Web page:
Government's planned power grid experiment could affect clocks' ability to keep time
SUBNET Solutions Inc | Wednesday, June 29, 2011
Proposed smart grid rules could have far-reaching consequences for American consumers, according to a published report.
The Associated Press reports that a yearlong experiment on the nation's power supply network could result in a host of malfunctioning electronic equipment including traffic lights, security systems, computers and even alarm clocks.
Electrically powered clocks work by telling time based on the rate of the electric current that feeds them, according to Popular Science. Utilities have historically kept such pulses constant in part to keep clocks precise, but industry analysts assert that by allowing for greater variation in the flow of electricity, utilities could save energy and decrease costs.
As a result, the Federal Energy Regulatory Commission (FERC) is mulling a bill that would allow utilities to shift the way they deliver energy. FERC head Joe McClelland said the new method would benefit utilities and could serve as a boon to the country's energy portfolio; he also questioned whether consumers would care about the proposed shift.
"Let’s see if anyone complains if we eliminate it," he said recently. "Is anyone using the grid to keep track of time?"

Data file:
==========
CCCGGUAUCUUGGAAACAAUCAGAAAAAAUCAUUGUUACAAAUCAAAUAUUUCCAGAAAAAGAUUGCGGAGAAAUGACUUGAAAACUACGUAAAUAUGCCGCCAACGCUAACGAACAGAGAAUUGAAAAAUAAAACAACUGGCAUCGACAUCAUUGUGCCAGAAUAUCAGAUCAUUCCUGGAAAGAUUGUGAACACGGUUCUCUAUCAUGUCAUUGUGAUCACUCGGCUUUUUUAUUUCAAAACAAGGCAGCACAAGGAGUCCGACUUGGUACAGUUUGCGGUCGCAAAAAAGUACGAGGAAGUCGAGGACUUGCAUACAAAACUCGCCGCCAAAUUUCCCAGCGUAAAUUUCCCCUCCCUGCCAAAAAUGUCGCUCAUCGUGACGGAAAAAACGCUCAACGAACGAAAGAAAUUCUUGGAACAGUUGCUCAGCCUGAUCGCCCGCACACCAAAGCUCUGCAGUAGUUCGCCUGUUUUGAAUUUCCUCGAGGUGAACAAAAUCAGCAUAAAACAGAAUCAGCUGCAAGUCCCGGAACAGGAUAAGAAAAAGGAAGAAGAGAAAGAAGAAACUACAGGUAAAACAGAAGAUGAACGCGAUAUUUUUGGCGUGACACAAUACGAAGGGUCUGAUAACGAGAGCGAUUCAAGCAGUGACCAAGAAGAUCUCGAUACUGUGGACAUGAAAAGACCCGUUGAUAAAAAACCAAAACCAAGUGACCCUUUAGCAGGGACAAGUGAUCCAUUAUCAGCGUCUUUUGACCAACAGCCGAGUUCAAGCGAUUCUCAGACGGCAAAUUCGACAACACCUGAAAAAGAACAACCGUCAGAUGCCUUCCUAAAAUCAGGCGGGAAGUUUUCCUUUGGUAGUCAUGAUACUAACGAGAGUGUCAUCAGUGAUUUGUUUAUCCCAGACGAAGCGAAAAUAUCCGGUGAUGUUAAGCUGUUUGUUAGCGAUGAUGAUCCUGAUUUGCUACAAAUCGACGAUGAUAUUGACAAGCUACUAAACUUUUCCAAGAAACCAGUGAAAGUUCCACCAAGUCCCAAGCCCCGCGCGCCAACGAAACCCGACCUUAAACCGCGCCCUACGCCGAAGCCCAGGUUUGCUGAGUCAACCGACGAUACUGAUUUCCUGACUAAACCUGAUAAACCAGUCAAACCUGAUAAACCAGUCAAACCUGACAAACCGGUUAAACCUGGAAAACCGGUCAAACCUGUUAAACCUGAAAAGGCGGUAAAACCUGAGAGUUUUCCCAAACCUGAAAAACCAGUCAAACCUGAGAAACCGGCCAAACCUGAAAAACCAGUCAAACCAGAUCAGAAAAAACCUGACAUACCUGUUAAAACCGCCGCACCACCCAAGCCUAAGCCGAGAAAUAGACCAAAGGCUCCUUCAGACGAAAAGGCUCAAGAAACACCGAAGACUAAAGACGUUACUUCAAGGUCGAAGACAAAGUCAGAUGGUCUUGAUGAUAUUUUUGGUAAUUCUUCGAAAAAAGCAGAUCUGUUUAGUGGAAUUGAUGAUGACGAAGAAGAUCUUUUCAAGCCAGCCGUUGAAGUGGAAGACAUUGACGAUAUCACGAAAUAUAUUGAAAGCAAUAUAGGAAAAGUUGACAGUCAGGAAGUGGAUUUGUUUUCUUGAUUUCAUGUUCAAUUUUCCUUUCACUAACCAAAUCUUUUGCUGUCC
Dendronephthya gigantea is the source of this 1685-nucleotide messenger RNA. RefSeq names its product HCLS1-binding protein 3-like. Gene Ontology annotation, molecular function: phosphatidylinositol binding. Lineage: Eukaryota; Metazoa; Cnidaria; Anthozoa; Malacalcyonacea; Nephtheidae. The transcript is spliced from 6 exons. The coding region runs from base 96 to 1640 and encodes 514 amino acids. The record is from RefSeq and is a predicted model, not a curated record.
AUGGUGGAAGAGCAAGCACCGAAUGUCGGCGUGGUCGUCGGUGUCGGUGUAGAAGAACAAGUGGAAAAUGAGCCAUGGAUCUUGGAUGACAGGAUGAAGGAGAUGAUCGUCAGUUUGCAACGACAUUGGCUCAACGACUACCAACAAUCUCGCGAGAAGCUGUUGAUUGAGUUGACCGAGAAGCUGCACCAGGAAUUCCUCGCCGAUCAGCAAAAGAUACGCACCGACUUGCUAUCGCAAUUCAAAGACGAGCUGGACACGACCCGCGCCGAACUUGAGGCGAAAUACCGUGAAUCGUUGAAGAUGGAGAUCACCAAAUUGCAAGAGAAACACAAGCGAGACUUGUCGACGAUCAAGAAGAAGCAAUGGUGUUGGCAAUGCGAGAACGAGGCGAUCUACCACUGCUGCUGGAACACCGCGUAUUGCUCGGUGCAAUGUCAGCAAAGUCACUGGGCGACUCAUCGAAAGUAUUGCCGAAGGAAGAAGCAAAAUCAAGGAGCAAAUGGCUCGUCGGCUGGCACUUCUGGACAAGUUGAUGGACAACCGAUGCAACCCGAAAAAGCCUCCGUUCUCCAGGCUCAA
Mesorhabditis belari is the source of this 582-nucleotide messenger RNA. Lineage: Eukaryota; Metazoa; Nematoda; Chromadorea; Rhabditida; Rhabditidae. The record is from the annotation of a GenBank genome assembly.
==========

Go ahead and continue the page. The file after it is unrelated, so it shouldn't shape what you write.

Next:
Allowing utilities to have a more variable electricity frequency would make the country's power supply network more reliable, officials assert. Still, the test of the revised system, which is slated to begin in mid-July, will likely be costly and takes a concerted effort by both the government and power generators, McClelland said.
The change would have no effect on clocks built into cell phones, GPS systems or computers, but those built into ovens and other appliances will be affected, FERC officials said.
What's more, analysts disagree over whether a number of other electronic systems will be affected. Cable boxes, which are one of the biggest consumers of energy of all household products, will likely not be affected, but DVD players tied to the electric current would, according to Demetrios Matsakis, the head of the time service department at the U.S. Naval Observatory.
Different parts of the country will experience noticeable shifts in time-keeping devices on appliances, the North American Electric Reliability Corp. (NERC) stated in a report. Clocks in the East Coast, for example, could run as much as 20 minutes fast over a year, while those on the West Coast are projected to only be off by about 8 minutes. Clocks in Texas are only expected to be affected by about 2 minutes per year. That, according to analysts, is because parts of the grid tend to run faster than others.
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